is the fourth film from writer/director Alexander Payne, who made his
feature-film debut with 1996's "Citizen Ruth", and followed it up
with "Election" in 1999 and the Jack Nicholson starrer "About
Schmidt" in 2002. Unlike the latter two, Payne's latest,
"Sideways", doesn't just observe its subjects from a short
distance, but instead chooses to climb right in and inhabit their world
right alongside them. The result is a wonderful film that, when stripped off
all movie critic hooey, is a character study about two 40-something friends
living relatively unsuccessful lives who decides to take a road trip on the
eve of a wedding. One friend recognizes his lack of achievement and takes
the opportunity to announce to the world that his life is a huge,
embarrassing failure; the other...well, he just wants to get laid.
such a superb film, the plot is actually quite conventional: two longtime
friends (Miles and Jack) get together for a bachelor party/road trip and in
so doing find themselves in a variety of circumstances, tight spots and
amusing dilemmas. Similar storylines have formed the basis for many
uninspiring movies, but "Sideways" is not one of them. Miles (Paul
Giamatti) is a divorced English teacher who has written 2 manuscripts that
met swift rejection prior to publication. He has now written a third and
feels that the sum of his life rides on whether or not his "third
strike" is accepted by a small publisher aptly named Conundrum. Miles
wears his perpetual depression like a birthright, and has taken to drinking
as his drug of choice, even though his Vicodin is never out of reach. The
two things he cares for -- his ex-wife and writing -- have become open
wounds that bleed the color out of his life.
college roommate, Jack (Thomas Hayden Church), is a former B-movie actor
whose career has gone down hill so completely that his most recent credits
feature him voicing over the risk factors of certain prescription
medications. Jack is to be married in one week and, in celebration, the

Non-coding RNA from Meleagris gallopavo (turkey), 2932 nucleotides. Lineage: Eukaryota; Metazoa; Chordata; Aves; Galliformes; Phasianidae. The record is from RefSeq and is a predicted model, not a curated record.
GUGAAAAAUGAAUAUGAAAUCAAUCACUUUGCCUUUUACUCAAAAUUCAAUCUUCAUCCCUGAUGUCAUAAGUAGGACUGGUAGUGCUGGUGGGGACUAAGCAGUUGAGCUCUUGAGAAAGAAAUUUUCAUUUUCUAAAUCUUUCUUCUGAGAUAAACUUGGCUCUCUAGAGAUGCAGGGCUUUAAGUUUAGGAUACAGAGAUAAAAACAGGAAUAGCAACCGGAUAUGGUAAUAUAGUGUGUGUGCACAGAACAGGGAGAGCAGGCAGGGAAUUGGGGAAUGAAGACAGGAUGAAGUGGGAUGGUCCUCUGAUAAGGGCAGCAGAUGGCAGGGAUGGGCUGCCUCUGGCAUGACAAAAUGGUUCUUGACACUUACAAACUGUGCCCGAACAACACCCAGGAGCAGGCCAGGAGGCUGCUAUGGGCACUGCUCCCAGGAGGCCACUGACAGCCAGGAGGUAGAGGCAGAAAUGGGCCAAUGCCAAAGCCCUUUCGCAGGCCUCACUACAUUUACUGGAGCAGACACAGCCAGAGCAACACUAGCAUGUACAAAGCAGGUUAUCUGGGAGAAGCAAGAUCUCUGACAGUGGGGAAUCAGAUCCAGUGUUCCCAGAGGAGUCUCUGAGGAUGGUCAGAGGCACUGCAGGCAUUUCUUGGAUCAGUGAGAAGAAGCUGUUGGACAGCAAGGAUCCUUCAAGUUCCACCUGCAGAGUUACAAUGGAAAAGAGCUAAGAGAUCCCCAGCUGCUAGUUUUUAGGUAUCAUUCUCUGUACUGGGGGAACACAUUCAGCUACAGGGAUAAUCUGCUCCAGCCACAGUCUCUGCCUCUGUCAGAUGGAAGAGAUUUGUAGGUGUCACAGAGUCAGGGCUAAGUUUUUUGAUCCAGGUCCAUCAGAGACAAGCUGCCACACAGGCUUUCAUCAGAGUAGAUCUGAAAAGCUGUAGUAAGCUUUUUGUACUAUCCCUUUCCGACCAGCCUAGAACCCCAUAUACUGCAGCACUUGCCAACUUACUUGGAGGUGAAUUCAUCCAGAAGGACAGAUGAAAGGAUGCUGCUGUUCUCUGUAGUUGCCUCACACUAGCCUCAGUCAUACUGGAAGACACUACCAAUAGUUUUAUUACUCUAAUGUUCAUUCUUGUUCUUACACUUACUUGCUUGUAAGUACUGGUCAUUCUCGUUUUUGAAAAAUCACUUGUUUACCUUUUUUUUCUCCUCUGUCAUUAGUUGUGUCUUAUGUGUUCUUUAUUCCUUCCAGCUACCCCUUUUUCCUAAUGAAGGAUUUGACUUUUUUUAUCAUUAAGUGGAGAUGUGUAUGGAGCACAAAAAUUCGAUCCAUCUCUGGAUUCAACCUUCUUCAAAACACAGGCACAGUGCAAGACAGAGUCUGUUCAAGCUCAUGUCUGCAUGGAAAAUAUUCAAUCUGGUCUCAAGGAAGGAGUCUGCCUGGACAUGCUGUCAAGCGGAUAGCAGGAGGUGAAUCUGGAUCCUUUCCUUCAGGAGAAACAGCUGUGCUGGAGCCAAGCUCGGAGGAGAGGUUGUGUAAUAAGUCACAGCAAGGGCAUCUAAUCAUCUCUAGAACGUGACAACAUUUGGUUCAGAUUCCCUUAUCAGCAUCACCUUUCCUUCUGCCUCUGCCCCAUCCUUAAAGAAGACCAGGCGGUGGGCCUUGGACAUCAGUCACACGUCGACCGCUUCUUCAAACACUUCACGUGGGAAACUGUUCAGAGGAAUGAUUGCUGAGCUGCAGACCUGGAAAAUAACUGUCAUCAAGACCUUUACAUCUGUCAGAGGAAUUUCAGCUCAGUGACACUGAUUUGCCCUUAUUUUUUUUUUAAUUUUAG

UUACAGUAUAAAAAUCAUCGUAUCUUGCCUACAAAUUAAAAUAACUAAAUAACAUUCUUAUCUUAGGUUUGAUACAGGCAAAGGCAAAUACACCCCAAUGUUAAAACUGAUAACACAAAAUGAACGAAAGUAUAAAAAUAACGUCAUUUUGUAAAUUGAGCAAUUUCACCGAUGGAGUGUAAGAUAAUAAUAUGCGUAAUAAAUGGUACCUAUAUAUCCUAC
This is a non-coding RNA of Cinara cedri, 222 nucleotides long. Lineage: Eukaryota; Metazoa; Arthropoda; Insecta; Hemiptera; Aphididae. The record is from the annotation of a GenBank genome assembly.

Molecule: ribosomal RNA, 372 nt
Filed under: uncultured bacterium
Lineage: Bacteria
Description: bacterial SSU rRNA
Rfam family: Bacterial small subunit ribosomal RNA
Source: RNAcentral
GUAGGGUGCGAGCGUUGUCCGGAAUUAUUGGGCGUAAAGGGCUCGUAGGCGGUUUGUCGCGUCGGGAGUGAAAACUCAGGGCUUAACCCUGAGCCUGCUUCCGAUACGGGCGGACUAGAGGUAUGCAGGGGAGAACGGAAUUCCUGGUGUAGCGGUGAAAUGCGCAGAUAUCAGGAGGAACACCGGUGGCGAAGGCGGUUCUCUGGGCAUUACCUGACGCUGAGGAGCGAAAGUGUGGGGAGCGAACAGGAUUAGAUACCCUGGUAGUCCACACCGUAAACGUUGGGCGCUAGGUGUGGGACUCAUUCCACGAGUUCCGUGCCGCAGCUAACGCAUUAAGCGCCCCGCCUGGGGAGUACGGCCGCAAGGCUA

two embark on a weeklong jaunt through California's wine country.
Unfortunately for Jack, when Miles said they were taking a road trip, he
actually meant they would be drinking wine and playing golf. Jack, on the
other hand, meant partying hard and getting laid. This disconnect forms
the basis for a 2-hour conversation between the two friends that is
complicated by sex and bouts of hard drinking.
is adapted from novel form by Payne and longtime co-conspirator Jim
Taylor, the two having collaborated together on all of Payne's movies
since "Citizen Ruth". The screenplay is sharp, almost rhythmic,
and it persuades us to care about these two nobodies and what befalls
them. On paper, neither Miles nor Jack is particularly interesting, but in
the end that's what makes the film so absorbing. Their everyman qualities
lend tangibility to the script and ultimately, because of the performances
of Giamatti and Church, to the film. Payne has shown a knack for casting
actors that fit his vision, and the casting of "Sideways" is no
exception. At the very outset, it is easy to accept Church and Giamatti in
their respective roles, but by the end of the movie you can't imagine them
being played by anyone else.
(rarely seen since his dopey maintenance man character retired from the
sitcom "Wings" and his short-lived TV show "Ned and
Stacy" on Fox) keeps up with Giamatti by delivering a brilliant
performance as a guy who thinks little with his brain but often with his
libido. Jack splits half his time pleading with Miles to snap out of it
and party ("just be the guy before the tailspin"), and the other
half paying homage to hedonism. Church's beefcake drawl and robust
physicality make him the perfect choice to play a guy who espouses creepy
come-ons and frat boy wisdom at every opportunity, the kind of friend who
sees his best friend's pain, but is oblivious to its origin. As a result,
Jack's ignorance amplifies the issue and contributes to a string of
fiascos that make for the biggest laughs of the movie.
the end, the film belongs to Paul Giamatti, whose tremendous range is not
really tested here, but merely explored. He is compelling and genuine,
both physically and emotionally, as an everyday good guy who has reached
his limit for absorbing bad breaks, and watching his meltdown is
simultaneously hilarious and deeply moving. With this performance,
Giamatti will surely take a spot next to some fine actors who have
perfected the portrayal of affable losers.
Payne's track record now firmly established, I guess we can stop waxing
about his precocious sense of timing and brilliant satirical style and
just place him in the category of directors whose films come with high
anticipation. Perhaps his greatest achievement with "Sideways"
is making an Oscar-caliber film from a story that centers on two buddies
who decide to take a drunken road trip, a subgenre with a woeful pedigree.
"Sideways" is not really a buddy film, but if it were it would
be the ultimate buddy film. It certainly is the richest, most entertaining
tail of two friends that I have seen in a long time.